Back to meet Hils in Shibuya, at the busiest ped crossing on the marble according to some. Today was a moderate volume day. People crossing every which way. Mashed thru the crowd for a couple of shots and since our shopping was complete we headed for Yokohama and some dinner. The Rio Grand Grill was pretty upscale with a great buffet concept. All you can eat for 2 hours. There is so much food, carved fresh at you table, the salad bar, the deserts and beverages. The services industry is here to serve and please its customers and that they do in spades. Its strange how tips are not expected as doing your job and giving 100% is included in the price of the meal or cab ride.

Lesson today: the more people the more respect given and received.

A trip to Kamakura puts you deep in the spiritual diocese of many beliefs and denominations. From Shinto to Buddist the areas many shrines and temples offer pilgramages  for thousands. captured the gamut from washing to clapping and bell ringing and singing. Most homages accorded to deceased family members. Enough to see here to require a second visit. This time laying eyes on the great Buddha Diahatsu and the Temple at Hasedera.

Returning to the Buddha triggered 3 events from the aura. First a group of school children interviewed us. Polite and respectful they were. Children wear uniforms to all schools, go 6 days a week and event participation is required. And since the families often share very compact quarters the behavior ownership from the parents is working well. Educated and tech heavy users the youth are a  very important part of the aura. Next we lay witness of a group of Korean Buddist priests worshiping at the statue. Again surrounded by the spiritual aura exhibited by all comers to the many places to pray in this area. Third was a chance meeting with a local over a croakie on Bren's sunglasses. This evolved into a lengthy conversation.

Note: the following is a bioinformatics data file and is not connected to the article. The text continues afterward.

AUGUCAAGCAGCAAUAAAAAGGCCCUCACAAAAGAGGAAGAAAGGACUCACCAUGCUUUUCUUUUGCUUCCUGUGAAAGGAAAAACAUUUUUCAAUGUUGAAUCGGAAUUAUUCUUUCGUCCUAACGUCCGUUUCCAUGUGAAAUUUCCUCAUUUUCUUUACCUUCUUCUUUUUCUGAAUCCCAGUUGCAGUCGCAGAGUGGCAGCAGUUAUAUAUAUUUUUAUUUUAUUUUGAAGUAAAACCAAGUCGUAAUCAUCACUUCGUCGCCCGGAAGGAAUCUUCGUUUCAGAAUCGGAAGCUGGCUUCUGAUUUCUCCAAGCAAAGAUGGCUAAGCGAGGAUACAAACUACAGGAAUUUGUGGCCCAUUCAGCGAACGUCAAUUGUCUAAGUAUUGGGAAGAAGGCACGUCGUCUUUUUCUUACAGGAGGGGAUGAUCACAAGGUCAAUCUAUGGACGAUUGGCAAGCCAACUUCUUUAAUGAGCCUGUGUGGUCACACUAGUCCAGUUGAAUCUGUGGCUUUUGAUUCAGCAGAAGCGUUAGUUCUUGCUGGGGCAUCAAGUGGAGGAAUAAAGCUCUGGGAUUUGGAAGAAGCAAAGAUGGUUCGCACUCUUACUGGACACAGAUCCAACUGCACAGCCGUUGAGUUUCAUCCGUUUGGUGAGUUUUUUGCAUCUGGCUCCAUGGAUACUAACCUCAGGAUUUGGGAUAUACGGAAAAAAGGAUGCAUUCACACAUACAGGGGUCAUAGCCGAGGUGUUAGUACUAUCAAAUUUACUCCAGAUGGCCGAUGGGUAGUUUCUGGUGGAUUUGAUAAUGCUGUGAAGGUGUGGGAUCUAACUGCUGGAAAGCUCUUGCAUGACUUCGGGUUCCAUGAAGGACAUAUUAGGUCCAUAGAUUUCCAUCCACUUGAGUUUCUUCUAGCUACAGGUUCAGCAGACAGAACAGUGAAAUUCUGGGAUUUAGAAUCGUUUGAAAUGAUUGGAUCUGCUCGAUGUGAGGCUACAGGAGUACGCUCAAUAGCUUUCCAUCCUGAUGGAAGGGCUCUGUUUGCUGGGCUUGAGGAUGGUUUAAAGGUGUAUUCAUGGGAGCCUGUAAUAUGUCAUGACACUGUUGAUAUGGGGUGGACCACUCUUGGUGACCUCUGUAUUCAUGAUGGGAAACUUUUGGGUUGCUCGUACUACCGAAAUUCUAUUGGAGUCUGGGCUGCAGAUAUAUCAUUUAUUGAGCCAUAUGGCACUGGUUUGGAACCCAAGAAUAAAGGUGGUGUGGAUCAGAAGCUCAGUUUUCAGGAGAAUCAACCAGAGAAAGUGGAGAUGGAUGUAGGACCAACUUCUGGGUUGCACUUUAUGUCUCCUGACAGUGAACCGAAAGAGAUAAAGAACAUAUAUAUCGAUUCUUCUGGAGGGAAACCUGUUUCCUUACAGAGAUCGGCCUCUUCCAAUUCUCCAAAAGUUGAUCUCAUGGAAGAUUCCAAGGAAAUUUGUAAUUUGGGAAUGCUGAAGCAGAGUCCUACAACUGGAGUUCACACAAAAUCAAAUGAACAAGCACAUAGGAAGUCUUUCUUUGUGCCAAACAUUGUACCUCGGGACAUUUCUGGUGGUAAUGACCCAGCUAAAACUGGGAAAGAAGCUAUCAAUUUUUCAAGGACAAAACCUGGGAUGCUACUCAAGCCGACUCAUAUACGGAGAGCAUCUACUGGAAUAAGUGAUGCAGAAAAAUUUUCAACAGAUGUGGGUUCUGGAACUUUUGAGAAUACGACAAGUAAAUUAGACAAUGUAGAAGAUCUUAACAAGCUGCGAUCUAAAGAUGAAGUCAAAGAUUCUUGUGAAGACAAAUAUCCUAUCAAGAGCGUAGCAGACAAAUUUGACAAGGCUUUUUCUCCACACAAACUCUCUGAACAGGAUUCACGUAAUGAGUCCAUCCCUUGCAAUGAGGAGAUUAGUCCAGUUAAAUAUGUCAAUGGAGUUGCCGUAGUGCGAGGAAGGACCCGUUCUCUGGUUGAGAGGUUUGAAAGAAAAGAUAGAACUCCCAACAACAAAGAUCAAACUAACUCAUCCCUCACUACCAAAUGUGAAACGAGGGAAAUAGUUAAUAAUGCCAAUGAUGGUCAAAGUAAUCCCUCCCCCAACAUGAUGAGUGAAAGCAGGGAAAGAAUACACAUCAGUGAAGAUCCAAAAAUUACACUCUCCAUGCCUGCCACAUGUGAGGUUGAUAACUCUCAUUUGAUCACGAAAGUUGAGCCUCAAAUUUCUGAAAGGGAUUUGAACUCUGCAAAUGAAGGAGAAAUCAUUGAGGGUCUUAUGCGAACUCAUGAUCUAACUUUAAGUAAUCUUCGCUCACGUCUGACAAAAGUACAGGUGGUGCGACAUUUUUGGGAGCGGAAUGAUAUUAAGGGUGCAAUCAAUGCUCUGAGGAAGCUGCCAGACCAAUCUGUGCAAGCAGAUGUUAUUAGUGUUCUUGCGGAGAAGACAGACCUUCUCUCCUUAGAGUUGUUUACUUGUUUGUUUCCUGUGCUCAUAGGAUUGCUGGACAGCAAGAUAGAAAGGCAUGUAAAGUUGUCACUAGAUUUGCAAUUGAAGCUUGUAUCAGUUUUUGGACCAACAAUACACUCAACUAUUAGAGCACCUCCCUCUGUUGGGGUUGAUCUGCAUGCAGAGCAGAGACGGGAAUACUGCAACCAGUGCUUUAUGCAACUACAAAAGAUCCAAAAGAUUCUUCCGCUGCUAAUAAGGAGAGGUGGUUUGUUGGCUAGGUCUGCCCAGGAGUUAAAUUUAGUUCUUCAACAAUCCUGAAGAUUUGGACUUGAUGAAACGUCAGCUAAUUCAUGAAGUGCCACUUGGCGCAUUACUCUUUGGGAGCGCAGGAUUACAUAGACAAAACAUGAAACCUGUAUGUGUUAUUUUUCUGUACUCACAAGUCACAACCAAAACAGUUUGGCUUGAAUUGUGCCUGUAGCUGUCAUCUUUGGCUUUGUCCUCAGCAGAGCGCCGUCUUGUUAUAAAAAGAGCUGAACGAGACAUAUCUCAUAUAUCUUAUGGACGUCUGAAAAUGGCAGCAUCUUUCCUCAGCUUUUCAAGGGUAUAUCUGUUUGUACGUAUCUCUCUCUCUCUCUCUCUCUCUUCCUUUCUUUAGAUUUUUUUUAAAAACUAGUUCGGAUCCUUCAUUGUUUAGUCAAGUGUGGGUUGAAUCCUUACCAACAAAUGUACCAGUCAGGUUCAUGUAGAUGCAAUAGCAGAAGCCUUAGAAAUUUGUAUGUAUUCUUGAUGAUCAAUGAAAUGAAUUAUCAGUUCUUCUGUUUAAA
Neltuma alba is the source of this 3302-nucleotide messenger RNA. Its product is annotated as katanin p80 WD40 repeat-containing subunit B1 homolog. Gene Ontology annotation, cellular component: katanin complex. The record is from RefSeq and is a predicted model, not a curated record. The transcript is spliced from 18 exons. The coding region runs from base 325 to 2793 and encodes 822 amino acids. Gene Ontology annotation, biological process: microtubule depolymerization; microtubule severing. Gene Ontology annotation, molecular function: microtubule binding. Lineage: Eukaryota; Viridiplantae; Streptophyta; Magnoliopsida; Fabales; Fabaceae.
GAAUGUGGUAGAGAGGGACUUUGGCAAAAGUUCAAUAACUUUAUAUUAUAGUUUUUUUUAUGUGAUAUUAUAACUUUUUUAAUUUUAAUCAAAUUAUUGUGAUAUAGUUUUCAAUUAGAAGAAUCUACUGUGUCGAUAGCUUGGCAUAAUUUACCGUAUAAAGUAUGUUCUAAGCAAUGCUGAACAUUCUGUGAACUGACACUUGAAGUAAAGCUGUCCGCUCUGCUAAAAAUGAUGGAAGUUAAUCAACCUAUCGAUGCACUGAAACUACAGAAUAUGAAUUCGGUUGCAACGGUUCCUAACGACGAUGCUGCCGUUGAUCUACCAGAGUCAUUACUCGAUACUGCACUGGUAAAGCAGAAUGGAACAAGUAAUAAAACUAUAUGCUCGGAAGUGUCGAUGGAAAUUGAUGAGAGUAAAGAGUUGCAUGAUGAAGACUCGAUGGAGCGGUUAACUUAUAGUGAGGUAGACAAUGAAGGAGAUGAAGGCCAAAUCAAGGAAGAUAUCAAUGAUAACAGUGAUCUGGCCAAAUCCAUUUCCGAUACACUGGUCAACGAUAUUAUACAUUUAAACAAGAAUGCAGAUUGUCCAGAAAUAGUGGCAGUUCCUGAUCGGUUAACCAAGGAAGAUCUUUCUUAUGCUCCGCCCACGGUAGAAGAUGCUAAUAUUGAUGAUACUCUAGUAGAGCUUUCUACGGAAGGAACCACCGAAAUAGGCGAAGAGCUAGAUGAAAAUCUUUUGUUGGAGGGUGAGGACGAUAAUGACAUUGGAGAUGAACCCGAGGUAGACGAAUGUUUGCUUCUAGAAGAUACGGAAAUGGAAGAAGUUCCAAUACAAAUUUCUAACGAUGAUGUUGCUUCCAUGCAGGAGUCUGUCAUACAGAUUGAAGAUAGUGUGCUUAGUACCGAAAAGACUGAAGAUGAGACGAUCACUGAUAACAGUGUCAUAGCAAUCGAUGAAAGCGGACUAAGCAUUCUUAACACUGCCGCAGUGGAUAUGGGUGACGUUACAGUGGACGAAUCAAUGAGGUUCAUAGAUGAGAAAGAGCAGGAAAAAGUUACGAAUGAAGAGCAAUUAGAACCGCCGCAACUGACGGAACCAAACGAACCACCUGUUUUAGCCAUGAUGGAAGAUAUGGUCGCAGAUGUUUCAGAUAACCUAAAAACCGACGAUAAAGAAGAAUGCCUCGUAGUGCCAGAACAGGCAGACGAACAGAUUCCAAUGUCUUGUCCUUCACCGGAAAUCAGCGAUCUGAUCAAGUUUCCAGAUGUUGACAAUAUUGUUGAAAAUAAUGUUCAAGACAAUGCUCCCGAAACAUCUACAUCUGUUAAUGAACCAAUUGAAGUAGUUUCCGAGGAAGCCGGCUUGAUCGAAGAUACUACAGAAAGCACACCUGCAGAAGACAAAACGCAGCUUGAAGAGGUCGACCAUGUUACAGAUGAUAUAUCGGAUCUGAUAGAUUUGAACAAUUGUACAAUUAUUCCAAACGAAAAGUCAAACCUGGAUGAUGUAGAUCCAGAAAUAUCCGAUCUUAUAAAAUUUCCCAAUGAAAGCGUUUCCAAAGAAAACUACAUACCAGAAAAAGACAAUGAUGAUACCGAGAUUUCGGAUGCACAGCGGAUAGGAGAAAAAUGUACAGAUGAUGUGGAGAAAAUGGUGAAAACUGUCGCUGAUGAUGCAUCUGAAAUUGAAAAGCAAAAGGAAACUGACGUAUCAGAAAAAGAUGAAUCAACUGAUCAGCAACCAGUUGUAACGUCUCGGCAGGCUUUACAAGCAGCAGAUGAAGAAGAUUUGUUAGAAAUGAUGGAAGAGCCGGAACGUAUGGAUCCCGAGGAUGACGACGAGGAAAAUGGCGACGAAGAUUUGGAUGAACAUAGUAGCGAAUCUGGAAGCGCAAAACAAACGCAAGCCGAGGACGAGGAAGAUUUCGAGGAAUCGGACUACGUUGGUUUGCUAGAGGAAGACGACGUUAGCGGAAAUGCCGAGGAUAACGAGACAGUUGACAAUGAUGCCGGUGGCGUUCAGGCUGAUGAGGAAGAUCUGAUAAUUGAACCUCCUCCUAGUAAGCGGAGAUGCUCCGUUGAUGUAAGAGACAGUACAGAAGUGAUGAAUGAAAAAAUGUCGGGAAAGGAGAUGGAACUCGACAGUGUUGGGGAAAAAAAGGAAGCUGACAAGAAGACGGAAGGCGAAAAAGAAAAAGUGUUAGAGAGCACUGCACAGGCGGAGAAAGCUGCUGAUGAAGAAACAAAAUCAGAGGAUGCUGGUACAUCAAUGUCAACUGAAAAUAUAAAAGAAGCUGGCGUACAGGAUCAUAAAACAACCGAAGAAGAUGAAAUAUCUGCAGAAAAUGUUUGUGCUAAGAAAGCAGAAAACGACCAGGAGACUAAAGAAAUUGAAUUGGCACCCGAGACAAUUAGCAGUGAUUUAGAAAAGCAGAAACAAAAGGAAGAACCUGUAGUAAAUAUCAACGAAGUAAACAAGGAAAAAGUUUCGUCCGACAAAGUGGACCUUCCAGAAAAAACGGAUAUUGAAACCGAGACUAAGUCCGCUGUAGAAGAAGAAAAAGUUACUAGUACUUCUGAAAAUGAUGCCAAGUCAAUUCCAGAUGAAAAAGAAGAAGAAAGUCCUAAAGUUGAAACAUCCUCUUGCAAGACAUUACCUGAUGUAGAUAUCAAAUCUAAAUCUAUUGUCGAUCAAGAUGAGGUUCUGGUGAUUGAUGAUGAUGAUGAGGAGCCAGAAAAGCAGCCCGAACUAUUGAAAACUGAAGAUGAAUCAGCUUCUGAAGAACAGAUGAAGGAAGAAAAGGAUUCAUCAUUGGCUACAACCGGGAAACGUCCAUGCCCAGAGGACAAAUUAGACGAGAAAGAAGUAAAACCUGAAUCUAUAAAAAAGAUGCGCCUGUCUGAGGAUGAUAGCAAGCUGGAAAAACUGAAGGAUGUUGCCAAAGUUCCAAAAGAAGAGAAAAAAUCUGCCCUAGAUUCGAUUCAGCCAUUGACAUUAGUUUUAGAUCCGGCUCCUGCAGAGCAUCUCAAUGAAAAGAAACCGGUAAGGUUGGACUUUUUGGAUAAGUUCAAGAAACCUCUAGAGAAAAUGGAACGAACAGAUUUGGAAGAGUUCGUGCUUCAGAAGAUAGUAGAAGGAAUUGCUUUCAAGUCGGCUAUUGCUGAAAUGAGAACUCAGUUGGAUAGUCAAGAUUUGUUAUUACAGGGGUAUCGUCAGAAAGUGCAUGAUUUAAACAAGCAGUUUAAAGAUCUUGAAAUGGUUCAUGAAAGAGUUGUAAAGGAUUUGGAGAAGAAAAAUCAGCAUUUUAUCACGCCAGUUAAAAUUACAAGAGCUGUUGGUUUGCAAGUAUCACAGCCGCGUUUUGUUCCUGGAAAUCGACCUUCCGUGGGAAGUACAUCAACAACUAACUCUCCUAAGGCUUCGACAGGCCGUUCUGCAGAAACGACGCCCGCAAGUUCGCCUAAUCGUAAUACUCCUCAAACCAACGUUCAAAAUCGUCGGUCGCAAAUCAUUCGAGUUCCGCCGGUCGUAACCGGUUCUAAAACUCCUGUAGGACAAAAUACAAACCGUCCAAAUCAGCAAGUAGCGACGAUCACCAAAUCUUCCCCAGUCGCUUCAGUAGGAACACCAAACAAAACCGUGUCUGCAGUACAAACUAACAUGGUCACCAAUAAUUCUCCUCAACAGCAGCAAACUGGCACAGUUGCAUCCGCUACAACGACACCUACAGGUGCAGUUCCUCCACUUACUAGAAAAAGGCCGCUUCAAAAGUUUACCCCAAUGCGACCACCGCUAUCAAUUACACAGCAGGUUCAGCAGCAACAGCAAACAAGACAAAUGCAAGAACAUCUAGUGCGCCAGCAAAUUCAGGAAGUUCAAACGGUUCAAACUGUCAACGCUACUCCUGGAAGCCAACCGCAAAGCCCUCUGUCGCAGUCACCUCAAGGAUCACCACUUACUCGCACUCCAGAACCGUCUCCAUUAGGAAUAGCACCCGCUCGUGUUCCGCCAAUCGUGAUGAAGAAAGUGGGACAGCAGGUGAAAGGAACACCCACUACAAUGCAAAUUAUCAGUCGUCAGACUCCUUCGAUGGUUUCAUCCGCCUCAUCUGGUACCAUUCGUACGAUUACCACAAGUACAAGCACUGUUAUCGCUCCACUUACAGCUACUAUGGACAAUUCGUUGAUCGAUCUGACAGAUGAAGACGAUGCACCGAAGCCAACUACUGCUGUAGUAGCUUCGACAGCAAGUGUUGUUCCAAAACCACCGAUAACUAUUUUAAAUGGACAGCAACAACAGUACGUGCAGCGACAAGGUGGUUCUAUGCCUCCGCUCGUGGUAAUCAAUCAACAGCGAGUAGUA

Lessons from today: Spirituality is another pillar in the aura. The people are genuine, polite and sincere.

More train spotting this time on the Shinkansen, the bullet trains. Reserved seats only each train of 16 cars can move 1300 souls upto 180 mph on a 4 minute interval. More room than an aircraft, no seat belt signs, beverage carts available and average speed too fast to capture images without rolling shutter. Destinations Kyoto and Osaka. The conductor upon stamping each ticket and leaving the car, turns and bows to the passengers.

 

Arriving in a new city its check-in then off to see the wizard.  The Tower, the Torii Gates, the Handicraft Market after the Bamboo Forest, then the castle day and night with shopping and dinning required. Saw whale shark and sting ray and what was once the largest ferris wheel. And yet again all come with sardine mode enabled. Just the train trip was worth the $120 it cost us each way.

Lessons from trip: transportation kicks ass and delivers. The people again are the collective aura no matter how large or small the crowds.

Back in the House of Hoy it was all coming together. Westerners would not be able to survive here without much adaptive therapy. Millions of folks live in very close proximity and yet the crime rate is one of the lowest on the globe. They get along and get on with life, leisure and their pursuit of happiness with a smile on their face. Feeling very fortunate to have witnessed and captured a small bit of the aura of Japan.